Nicolas Sarkozy, France’s centre-right president, took a battering last night in regional elections, with exit polls suggesting that the centre-left had won 54 per cent of the vote.
Mr Sarkozy escaped the humiliation of seeing a centre-left clean sweep of all 22 regions of France after the exit polls indicated his UMP party had retained control of Alsace, its last regional stronghold on the mainland. The centre-right was also poised to win in two of France’s overseas territories.
However, the scale of the centre-left’s expected victory over the UMP, which was estimated to have won only 36 per cent of the national vote, raises serious questions about Mr Sarkozy’s ability to win a second five-year term as head of state. The regional polls are the last national electoral test before the presidential election in 2012.
Mr Sarkozy has announced a “pause” in his reform programme, though not before 2011, and is expected to carry out a minor government reshuffle to contain disquiet inside the UMP.
The recriminations were already flying last night, with Jean-François Copé, leader of the UMP deputies in parliament, calling for the president to “get back to basics”.
The party had found a glimmer of hope in early estimates suggesting that turnout was 4 percentage points higher than in the first round of voting last Sunday, when many conservative voters abstained in an apparent expression of dissatisfaction with Mr Sarkozy’s mercurial style and his record during a severe economic crisis.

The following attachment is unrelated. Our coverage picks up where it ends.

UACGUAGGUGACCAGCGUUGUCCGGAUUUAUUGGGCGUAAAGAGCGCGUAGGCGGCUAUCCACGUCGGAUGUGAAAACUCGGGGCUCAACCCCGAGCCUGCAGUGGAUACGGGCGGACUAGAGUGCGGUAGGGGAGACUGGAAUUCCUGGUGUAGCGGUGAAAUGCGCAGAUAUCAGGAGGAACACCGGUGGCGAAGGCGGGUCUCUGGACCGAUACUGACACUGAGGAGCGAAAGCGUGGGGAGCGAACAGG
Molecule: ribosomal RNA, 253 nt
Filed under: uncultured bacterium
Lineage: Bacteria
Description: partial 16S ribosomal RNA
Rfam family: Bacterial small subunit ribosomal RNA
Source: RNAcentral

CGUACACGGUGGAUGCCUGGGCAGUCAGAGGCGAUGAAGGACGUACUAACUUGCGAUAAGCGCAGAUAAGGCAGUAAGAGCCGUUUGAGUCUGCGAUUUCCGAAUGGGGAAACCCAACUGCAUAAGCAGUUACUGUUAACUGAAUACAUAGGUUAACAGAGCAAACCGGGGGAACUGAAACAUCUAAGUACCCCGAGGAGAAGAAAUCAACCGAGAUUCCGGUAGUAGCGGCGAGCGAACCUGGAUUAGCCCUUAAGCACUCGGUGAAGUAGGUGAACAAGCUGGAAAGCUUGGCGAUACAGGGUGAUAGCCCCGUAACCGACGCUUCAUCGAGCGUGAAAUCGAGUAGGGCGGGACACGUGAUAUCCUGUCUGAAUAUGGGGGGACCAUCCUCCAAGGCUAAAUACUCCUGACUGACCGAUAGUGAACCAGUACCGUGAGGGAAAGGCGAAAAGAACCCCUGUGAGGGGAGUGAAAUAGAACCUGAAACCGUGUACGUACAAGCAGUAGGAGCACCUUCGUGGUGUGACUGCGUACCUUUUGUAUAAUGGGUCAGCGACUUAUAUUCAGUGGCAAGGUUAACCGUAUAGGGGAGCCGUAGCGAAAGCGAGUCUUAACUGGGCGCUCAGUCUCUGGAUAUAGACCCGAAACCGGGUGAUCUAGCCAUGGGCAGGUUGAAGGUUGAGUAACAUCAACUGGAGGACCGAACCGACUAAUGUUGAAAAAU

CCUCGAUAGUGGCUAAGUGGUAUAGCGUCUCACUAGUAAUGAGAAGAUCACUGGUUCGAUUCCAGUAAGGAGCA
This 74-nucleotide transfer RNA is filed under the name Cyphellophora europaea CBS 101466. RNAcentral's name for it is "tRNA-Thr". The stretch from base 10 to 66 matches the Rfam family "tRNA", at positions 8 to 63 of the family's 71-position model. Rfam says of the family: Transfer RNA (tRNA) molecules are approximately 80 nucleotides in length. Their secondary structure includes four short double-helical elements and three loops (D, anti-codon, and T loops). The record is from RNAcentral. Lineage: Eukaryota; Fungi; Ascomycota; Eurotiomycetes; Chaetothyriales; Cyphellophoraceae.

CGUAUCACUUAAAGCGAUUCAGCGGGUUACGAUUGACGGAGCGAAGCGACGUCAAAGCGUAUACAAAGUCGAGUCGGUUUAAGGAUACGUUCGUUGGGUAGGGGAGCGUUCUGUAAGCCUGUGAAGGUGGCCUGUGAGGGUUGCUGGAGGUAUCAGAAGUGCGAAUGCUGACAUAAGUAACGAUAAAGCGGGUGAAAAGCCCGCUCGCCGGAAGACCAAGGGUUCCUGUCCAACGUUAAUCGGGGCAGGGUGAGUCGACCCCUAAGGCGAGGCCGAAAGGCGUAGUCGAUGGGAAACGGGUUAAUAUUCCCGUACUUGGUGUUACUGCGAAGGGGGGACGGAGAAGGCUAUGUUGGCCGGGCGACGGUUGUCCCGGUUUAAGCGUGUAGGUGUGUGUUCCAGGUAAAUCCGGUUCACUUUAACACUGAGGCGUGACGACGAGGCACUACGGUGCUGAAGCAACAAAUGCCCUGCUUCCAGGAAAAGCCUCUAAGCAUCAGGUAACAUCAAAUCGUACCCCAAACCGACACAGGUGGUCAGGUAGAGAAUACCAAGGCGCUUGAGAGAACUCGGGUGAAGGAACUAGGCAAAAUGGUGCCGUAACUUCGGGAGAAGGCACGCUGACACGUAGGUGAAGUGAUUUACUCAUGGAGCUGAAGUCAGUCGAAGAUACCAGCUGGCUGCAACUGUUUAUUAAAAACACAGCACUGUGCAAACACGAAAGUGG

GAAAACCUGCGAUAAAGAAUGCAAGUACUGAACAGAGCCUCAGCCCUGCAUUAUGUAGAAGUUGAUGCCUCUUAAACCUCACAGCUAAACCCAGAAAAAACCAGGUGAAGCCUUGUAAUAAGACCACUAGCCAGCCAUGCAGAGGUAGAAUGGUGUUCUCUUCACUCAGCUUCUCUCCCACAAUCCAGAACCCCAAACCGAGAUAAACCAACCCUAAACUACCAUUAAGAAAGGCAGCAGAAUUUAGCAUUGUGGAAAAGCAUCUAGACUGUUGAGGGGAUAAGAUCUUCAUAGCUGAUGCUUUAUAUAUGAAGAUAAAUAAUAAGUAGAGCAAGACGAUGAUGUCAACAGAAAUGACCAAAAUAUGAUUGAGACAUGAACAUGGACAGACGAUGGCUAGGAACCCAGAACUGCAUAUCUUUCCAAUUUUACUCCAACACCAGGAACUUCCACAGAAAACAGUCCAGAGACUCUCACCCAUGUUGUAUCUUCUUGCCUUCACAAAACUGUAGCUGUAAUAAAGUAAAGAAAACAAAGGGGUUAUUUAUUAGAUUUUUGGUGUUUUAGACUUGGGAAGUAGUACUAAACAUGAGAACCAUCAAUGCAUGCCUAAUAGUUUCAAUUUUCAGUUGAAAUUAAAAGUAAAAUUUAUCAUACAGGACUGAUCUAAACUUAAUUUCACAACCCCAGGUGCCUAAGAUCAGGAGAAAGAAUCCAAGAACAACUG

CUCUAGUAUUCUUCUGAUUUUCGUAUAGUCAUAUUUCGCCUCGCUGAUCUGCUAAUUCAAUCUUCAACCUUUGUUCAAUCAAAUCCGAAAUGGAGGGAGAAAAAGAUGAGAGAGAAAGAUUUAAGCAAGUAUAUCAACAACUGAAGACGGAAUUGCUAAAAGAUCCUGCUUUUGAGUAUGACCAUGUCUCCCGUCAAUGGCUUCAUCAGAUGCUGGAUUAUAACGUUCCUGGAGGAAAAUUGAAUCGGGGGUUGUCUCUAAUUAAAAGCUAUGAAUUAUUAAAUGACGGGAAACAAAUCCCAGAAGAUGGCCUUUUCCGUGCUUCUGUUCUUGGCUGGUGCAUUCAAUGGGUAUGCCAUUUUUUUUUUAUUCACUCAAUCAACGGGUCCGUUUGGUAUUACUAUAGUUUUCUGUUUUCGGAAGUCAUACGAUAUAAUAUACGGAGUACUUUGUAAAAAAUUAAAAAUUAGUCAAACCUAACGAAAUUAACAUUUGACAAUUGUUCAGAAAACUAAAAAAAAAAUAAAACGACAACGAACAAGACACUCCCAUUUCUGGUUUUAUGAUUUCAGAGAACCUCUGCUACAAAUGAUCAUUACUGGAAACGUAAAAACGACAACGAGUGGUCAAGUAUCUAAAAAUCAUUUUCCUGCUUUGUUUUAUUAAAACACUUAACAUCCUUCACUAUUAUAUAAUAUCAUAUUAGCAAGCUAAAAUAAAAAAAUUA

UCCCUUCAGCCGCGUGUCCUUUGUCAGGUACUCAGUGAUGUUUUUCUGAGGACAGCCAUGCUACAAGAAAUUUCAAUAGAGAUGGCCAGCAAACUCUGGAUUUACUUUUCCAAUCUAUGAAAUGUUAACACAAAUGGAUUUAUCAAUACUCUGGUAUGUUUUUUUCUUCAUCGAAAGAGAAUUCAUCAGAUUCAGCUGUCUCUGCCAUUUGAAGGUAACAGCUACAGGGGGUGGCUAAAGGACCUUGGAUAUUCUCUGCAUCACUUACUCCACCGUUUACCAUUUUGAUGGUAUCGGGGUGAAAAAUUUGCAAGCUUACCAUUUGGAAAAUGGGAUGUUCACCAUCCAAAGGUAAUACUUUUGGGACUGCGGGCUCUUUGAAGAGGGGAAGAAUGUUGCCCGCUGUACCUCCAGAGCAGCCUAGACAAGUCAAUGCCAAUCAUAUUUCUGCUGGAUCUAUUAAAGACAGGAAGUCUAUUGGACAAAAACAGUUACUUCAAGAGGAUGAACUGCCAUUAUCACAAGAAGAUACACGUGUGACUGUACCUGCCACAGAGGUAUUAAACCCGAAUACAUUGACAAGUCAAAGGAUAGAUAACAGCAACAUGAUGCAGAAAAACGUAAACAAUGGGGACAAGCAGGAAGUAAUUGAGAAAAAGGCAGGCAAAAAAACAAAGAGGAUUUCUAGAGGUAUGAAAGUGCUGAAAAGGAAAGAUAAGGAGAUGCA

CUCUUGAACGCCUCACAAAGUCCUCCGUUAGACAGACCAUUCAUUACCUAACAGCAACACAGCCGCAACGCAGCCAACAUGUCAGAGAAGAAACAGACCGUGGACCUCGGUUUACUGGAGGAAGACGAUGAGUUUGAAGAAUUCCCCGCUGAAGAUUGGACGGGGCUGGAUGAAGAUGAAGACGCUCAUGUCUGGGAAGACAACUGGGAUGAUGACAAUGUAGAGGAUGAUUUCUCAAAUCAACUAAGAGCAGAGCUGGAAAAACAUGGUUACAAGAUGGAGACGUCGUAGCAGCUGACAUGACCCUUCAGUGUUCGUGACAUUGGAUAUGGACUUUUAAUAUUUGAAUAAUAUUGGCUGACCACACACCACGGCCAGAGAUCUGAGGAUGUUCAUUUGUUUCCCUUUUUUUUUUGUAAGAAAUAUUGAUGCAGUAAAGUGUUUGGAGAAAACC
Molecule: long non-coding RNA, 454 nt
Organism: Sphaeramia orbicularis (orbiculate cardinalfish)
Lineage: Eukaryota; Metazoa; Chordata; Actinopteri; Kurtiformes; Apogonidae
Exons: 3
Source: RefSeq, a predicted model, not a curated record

The Socialists and their green allies were hoping to take control of Alsace and the island of Corsica, the only two regions governed by the centre-right after the last regional elections, in 2004. Regional councils, which have responsibility for transport, skills and the environment, have a combined budget of some €25bn ($33.8bn, £22.5bn).
Although she had hoped for a clean sweep of the regions, the election result is nonetheless a triumph for Martine Aubry, the Socialist leader, who has gained in stature during the campaign to the point where she is considered a plausible presidential challenger. But in-fighting among the Socialists could break out again as rival contenders jockey for position and as the party tries to hammer out a credible programme.
The results of the first round on March 14 were an early blow for the president.
The UMP and its allies took only 27.2 per cent of the vote, the worst result for the centre-right in more than half a century. It revealed the extent to which the popularity of the centre-right has been depleted during the three action-packed years of Mr Sarkozy’s tenure.
The president now faces the daunting task of rebuilding an election-winning coalition spanning provincial far-right voters and urban liberals, while at the same time tackling the controversial issue of pension reform and reining in the public deficit.
Mr Sarkozy was openly criticised by senior figures in his party for the pace of his sometimes ill-prepared and badly explained reforms, and for his attempt to broaden his appeal by bringing centre-left figures into his government.
Some of them, including Bernard Kouchner, the foreign minister, are now at risk of losing their jobs in a reshuffle.